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Post-postfeminism?: Amelia Bullmore’s Di and Viv and Rose, April de Angelis’s Jumpy and Karin Young’s The Awkward Squad.

Research output: Contribution to journalJournal article


<mark>Journal publication date</mark>2014
<mark>Journal</mark>Contemporary Theatre Review
Issue number2
Number of pages15
Pages (from-to)177-191
<mark>Original language</mark>English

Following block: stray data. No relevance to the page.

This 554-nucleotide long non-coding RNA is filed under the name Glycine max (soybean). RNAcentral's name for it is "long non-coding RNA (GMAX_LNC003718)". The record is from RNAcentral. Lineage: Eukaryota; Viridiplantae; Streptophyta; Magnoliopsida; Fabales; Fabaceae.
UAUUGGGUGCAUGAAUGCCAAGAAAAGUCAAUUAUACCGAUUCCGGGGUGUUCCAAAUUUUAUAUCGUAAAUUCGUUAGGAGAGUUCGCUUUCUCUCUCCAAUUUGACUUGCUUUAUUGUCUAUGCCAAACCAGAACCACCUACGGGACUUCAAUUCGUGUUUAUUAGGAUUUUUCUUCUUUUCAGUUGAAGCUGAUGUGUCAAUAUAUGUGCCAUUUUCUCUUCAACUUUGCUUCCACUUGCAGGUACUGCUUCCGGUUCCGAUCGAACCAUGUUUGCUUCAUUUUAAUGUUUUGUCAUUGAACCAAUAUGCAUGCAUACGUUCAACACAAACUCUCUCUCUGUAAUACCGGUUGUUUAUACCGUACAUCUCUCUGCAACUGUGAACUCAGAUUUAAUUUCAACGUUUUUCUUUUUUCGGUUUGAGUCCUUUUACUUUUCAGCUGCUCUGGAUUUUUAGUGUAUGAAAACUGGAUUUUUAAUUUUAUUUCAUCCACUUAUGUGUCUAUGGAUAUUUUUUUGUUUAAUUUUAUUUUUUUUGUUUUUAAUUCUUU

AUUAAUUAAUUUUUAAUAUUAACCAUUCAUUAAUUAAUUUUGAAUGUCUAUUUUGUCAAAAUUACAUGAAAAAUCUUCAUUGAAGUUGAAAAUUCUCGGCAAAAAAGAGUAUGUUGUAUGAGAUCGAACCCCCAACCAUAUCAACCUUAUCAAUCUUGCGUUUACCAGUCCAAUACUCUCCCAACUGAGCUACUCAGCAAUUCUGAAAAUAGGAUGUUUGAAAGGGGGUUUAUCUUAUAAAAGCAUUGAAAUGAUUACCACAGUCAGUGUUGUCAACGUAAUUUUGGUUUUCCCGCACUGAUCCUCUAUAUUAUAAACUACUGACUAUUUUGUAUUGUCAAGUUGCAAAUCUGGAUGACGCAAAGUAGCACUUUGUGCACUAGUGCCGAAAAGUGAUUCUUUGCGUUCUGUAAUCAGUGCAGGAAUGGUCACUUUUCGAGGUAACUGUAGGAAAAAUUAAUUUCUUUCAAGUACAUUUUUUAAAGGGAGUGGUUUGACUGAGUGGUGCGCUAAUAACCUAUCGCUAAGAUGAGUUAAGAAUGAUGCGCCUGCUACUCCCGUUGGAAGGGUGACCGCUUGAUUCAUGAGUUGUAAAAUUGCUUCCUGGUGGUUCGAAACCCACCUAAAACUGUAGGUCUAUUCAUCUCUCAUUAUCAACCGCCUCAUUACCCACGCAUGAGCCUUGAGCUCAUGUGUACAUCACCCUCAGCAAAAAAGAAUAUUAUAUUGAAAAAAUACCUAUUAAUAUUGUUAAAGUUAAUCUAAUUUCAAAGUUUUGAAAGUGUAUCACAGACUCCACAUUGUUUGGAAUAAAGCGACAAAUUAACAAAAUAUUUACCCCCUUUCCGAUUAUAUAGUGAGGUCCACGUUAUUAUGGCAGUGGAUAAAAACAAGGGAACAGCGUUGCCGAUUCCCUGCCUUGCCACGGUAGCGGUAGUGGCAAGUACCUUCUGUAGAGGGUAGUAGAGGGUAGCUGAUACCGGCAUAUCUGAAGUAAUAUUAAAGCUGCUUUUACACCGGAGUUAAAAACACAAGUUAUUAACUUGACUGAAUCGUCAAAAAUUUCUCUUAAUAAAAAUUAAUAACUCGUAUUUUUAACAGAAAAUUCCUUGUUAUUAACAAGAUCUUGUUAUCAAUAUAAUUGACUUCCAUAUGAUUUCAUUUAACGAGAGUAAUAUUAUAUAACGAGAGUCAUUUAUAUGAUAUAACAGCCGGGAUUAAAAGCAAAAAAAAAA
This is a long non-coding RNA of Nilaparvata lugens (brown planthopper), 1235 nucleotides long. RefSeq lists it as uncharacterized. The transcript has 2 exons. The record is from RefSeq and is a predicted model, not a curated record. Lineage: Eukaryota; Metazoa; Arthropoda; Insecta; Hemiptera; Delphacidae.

In a 2013 essay analysing recent British, women-centred, television crime drama, eminent feminist theorist Charlotte Brunsdon suggests there is evidence that as a ‘generative sensibility’, postfeminism has peaked and is now waning. Discussions of postfeminism have been more prevalent in media studies but as both Janelle Reinelt (2006) and Elaine Aston (2010) have asserted in the field of ‘new writing’ for the theatre over the last decade or so, its impact has been evident through an overt lack of engagement with feminism. This article considers Brunsdon’s contention in relation to theatre through the analysis of three plays, Amelia Bullmore’s Di and Viv and Rose (2011), April De Angelis’s Jumpy (2011) and The Awkward Squad by Karin Young (2012), all of which refer back to feminism of the 1980s. Understood as part of a small but notable upsurge in cultural production that ‘re-visits’ and ‘re-claims’ aspects of this politics recent past often ignored, overlooked or rejected under the dominant postfeminist narrative, the success of these three plays can be perceived as part of a broader cultural moment in the UK in which feminism appears to be ‘fashionable’ again. As such, they offer the opportunity to learn some of the lessons not just of feminist history but of historiography, in regard of what ‘stories’ are told about this politics past in the present and what alliances these might enable in the future.